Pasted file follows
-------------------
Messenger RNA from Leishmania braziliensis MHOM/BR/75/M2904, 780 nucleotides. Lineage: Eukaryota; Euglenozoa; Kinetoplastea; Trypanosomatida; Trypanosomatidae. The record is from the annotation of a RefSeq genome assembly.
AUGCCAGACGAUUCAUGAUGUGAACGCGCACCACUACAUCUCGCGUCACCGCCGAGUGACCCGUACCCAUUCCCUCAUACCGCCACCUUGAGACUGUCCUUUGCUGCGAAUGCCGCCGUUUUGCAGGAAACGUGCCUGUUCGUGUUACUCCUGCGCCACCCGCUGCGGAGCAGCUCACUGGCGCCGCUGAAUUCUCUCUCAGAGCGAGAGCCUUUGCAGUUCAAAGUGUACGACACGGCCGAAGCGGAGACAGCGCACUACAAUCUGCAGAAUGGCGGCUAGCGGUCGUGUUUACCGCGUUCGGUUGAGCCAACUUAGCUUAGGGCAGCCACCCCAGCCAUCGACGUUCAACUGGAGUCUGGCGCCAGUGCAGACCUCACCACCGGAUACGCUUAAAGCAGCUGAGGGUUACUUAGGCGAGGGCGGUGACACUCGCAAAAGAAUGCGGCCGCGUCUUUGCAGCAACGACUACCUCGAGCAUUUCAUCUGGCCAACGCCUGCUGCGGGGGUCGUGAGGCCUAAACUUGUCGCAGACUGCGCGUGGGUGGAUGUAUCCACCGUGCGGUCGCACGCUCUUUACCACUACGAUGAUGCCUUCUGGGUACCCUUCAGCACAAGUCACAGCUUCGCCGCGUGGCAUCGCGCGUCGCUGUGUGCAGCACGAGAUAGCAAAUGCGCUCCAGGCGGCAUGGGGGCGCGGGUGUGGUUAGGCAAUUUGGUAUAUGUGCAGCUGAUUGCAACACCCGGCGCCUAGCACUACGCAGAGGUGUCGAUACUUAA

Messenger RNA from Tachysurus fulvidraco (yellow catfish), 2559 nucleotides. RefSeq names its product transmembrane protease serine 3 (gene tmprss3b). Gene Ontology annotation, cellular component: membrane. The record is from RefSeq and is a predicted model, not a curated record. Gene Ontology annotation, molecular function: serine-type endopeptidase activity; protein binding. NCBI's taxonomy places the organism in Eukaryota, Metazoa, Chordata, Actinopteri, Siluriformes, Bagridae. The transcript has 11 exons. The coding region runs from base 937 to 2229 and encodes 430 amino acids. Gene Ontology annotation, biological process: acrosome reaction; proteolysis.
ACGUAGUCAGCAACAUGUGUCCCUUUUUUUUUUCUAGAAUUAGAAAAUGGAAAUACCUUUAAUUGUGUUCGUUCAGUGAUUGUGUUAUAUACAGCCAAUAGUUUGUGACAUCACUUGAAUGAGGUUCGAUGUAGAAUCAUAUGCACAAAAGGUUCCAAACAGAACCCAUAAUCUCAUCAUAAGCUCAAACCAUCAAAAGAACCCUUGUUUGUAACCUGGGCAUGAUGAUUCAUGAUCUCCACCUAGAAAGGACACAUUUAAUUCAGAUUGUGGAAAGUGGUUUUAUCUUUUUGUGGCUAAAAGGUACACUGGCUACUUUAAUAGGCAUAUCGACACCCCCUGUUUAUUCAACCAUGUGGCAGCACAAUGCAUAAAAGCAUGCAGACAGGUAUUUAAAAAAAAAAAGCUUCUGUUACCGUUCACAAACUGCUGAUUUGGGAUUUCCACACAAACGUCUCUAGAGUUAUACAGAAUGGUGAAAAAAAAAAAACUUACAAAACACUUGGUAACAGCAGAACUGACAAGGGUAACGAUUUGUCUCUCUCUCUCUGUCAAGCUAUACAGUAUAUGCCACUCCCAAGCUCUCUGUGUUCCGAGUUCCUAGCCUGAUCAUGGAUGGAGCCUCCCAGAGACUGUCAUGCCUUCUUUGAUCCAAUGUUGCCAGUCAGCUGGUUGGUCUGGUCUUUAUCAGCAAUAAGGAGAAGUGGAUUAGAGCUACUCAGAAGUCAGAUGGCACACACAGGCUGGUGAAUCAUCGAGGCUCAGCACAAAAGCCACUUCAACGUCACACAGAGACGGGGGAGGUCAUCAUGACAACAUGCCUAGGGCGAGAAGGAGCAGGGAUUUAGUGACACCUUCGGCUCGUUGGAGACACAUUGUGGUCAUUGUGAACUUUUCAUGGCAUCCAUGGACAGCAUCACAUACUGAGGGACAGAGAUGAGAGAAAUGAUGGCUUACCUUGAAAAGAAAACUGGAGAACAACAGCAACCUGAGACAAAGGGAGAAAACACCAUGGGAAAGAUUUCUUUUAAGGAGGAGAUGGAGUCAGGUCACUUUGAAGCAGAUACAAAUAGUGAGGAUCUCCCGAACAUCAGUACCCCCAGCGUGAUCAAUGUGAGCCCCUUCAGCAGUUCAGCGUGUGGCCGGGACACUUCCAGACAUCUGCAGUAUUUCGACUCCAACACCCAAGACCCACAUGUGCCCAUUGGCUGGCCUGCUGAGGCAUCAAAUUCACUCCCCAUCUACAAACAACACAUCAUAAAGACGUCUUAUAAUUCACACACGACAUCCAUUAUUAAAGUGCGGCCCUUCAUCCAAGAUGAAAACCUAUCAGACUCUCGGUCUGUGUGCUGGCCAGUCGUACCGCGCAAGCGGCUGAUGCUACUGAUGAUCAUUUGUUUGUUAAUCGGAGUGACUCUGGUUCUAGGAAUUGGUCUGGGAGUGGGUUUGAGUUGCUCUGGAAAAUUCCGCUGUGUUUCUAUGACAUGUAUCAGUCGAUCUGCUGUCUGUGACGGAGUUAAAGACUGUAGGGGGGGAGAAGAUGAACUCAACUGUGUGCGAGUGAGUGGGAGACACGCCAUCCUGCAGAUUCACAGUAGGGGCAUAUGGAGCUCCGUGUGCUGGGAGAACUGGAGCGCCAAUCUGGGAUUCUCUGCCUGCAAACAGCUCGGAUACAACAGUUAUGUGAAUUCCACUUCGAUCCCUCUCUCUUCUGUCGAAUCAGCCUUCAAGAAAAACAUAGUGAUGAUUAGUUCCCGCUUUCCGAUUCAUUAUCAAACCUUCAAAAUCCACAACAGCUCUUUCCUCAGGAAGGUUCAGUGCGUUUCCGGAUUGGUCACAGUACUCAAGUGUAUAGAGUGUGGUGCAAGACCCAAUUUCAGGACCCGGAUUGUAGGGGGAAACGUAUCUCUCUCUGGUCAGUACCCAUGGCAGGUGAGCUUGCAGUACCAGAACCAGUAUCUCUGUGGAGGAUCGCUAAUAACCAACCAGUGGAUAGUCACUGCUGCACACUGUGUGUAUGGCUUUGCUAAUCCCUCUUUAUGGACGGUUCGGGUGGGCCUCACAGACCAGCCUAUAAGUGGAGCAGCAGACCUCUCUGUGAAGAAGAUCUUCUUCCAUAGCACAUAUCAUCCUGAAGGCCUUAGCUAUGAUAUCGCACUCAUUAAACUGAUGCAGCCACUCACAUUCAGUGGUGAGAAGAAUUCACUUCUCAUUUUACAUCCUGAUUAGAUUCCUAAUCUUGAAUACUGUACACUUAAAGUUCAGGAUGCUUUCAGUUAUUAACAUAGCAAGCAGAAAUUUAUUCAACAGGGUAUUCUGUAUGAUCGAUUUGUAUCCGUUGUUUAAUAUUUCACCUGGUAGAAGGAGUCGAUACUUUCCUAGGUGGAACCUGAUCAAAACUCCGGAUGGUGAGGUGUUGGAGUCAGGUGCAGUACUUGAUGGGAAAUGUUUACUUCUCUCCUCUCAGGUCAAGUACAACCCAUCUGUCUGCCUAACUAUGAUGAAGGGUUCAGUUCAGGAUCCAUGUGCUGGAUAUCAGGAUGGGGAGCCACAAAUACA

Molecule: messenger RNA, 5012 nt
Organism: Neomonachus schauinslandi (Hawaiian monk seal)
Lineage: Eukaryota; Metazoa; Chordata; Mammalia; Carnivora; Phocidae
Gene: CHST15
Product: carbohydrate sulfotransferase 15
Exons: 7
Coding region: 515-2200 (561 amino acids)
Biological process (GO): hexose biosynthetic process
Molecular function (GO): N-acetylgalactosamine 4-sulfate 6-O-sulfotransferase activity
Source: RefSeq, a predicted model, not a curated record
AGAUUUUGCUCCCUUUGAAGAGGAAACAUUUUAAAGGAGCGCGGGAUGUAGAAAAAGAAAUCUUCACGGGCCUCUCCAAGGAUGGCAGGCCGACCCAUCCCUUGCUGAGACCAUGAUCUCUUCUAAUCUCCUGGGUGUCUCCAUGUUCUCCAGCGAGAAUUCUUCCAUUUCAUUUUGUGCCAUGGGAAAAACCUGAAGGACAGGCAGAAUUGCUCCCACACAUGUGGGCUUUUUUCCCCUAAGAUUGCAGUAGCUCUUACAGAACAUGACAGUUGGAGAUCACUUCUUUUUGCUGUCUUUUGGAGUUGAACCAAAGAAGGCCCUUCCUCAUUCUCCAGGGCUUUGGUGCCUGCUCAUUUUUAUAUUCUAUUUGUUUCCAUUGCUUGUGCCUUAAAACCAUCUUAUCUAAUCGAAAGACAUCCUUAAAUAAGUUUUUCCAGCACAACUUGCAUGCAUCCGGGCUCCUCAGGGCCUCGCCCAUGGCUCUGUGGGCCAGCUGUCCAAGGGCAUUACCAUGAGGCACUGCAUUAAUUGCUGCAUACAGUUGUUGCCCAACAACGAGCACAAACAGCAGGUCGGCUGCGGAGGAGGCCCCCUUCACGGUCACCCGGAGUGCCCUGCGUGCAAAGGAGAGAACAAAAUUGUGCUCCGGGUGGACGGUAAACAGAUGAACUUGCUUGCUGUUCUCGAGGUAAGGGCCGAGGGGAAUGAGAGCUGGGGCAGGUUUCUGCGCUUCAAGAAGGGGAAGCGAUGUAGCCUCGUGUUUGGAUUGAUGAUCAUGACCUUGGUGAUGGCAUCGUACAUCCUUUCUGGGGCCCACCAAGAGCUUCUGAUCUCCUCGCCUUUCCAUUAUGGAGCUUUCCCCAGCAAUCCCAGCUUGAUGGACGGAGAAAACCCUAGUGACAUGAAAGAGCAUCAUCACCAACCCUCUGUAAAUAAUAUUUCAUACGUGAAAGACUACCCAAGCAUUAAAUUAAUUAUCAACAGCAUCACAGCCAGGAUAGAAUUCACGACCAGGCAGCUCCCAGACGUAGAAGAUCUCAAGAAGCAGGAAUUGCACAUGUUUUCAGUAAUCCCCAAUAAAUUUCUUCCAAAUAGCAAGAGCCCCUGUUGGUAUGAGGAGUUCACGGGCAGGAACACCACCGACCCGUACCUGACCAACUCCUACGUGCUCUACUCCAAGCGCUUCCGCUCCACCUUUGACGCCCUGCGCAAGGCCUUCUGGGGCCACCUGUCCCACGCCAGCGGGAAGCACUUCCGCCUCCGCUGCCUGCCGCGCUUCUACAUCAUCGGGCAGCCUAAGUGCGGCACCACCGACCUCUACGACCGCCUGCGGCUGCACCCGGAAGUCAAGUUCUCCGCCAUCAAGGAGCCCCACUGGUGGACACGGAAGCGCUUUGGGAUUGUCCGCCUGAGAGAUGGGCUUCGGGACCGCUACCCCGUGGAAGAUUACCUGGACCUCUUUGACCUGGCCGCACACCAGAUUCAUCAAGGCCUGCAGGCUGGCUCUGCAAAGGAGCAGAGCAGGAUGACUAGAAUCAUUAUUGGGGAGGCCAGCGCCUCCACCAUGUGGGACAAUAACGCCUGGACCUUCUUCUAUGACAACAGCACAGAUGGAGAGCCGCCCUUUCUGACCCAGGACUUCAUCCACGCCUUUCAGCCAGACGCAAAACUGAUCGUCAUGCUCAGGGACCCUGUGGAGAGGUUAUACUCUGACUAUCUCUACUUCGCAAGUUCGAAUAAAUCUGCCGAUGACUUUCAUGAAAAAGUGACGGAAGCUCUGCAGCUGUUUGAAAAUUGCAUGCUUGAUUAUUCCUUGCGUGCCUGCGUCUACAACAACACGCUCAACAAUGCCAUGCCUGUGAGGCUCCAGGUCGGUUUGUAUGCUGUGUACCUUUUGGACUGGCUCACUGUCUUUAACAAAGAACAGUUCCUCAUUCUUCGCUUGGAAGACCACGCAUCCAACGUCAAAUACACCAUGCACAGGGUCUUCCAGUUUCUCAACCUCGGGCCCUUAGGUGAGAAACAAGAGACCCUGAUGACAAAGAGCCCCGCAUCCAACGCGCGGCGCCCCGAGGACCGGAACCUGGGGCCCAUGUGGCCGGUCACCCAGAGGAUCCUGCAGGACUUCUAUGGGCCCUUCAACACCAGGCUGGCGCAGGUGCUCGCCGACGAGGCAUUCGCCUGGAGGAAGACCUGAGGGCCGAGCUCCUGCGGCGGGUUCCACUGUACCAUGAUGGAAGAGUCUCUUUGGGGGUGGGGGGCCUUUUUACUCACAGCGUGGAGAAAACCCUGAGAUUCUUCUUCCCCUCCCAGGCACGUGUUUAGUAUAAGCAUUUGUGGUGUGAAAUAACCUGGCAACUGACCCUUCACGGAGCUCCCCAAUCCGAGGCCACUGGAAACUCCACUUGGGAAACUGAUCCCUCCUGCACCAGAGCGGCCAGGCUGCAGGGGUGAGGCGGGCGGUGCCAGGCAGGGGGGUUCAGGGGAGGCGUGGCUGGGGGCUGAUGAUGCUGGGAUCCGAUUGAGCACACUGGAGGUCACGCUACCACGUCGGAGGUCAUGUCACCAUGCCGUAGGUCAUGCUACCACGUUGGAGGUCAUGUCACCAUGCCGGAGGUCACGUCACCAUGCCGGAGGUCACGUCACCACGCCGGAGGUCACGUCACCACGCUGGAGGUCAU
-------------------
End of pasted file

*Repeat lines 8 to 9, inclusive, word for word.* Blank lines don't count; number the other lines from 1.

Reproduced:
Gene: CHST15
Product: carbohydrate sulfotransferase 15